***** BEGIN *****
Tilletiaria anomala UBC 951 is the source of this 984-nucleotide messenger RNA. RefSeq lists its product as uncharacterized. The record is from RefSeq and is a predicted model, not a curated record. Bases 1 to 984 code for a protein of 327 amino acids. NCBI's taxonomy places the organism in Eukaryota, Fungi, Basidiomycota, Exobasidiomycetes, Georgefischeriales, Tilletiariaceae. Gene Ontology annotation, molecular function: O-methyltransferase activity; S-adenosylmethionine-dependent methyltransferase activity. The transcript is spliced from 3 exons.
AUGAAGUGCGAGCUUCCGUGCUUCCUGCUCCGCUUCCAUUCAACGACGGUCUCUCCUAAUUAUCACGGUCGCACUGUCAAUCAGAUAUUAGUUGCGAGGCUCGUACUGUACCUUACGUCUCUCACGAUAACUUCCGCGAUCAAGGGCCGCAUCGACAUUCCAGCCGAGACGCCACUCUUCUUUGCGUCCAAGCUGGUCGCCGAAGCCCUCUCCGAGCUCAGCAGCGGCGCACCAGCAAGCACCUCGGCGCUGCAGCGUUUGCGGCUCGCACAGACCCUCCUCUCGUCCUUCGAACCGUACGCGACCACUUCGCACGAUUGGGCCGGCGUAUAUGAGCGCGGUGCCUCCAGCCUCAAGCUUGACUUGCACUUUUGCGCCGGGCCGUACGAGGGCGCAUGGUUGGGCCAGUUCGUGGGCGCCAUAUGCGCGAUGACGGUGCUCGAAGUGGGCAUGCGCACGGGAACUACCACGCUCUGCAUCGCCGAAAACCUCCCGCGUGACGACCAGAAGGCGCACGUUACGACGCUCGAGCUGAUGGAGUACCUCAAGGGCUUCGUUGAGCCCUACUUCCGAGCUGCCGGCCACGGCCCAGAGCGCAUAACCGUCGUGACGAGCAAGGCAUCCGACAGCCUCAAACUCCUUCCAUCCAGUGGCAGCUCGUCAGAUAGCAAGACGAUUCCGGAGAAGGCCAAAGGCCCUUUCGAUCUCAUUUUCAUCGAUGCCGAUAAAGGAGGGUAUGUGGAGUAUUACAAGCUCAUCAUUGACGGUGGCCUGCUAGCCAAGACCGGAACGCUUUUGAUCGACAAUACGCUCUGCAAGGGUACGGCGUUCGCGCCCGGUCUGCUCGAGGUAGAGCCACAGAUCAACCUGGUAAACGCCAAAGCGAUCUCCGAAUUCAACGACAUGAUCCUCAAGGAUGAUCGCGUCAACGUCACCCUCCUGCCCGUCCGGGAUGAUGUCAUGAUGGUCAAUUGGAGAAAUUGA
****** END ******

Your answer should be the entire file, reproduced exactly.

Tilletiaria anomala UBC 951 is the source of this 984-nucleotide messenger RNA. RefSeq lists its product as uncharacterized. The record is from RefSeq and is a predicted model, not a curated record. Bases 1 to 984 code for a protein of 327 amino acids. NCBI's taxonomy places the organism in Eukaryota, Fungi, Basidiomycota, Exobasidiomycetes, Georgefischeriales, Tilletiariaceae. Gene Ontology annotation, molecular function: O-methyltransferase activity; S-adenosylmethionine-dependent methyltransferase activity. The transcript is spliced from 3 exons.
AUGAAGUGCGAGCUUCCGUGCUUCCUGCUCCGCUUCCAUUCAACGACGGUCUCUCCUAAUUAUCACGGUCGCACUGUCAAUCAGAUAUUAGUUGCGAGGCUCGUACUGUACCUUACGUCUCUCACGAUAACUUCCGCGAUCAAGGGCCGCAUCGACAUUCCAGCCGAGACGCCACUCUUCUUUGCGUCCAAGCUGGUCGCCGAAGCCCUCUCCGAGCUCAGCAGCGGCGCACCAGCAAGCACCUCGGCGCUGCAGCGUUUGCGGCUCGCACAGACCCUCCUCUCGUCCUUCGAACCGUACGCGACCACUUCGCACGAUUGGGCCGGCGUAUAUGAGCGCGGUGCCUCCAGCCUCAAGCUUGACUUGCACUUUUGCGCCGGGCCGUACGAGGGCGCAUGGUUGGGCCAGUUCGUGGGCGCCAUAUGCGCGAUGACGGUGCUCGAAGUGGGCAUGCGCACGGGAACUACCACGCUCUGCAUCGCCGAAAACCUCCCGCGUGACGACCAGAAGGCGCACGUUACGACGCUCGAGCUGAUGGAGUACCUCAAGGGCUUCGUUGAGCCCUACUUCCGAGCUGCCGGCCACGGCCCAGAGCGCAUAACCGUCGUGACGAGCAAGGCAUCCGACAGCCUCAAACUCCUUCCAUCCAGUGGCAGCUCGUCAGAUAGCAAGACGAUUCCGGAGAAGGCCAAAGGCCCUUUCGAUCUCAUUUUCAUCGAUGCCGAUAAAGGAGGGUAUGUGGAGUAUUACAAGCUCAUCAUUGACGGUGGCCUGCUAGCCAAGACCGGAACGCUUUUGAUCGACAAUACGCUCUGCAAGGGUACGGCGUUCGCGCCCGGUCUGCUCGAGGUAGAGCCACAGAUCAACCUGGUAAACGCCAAAGCGAUCUCCGAAUUCAACGACAUGAUCCUCAAGGAUGAUCGCGUCAACGUCACCCUCCUGCCCGUCCGGGAUGAUGUCAUGAUGGUCAAUUGGAGAAAUUGA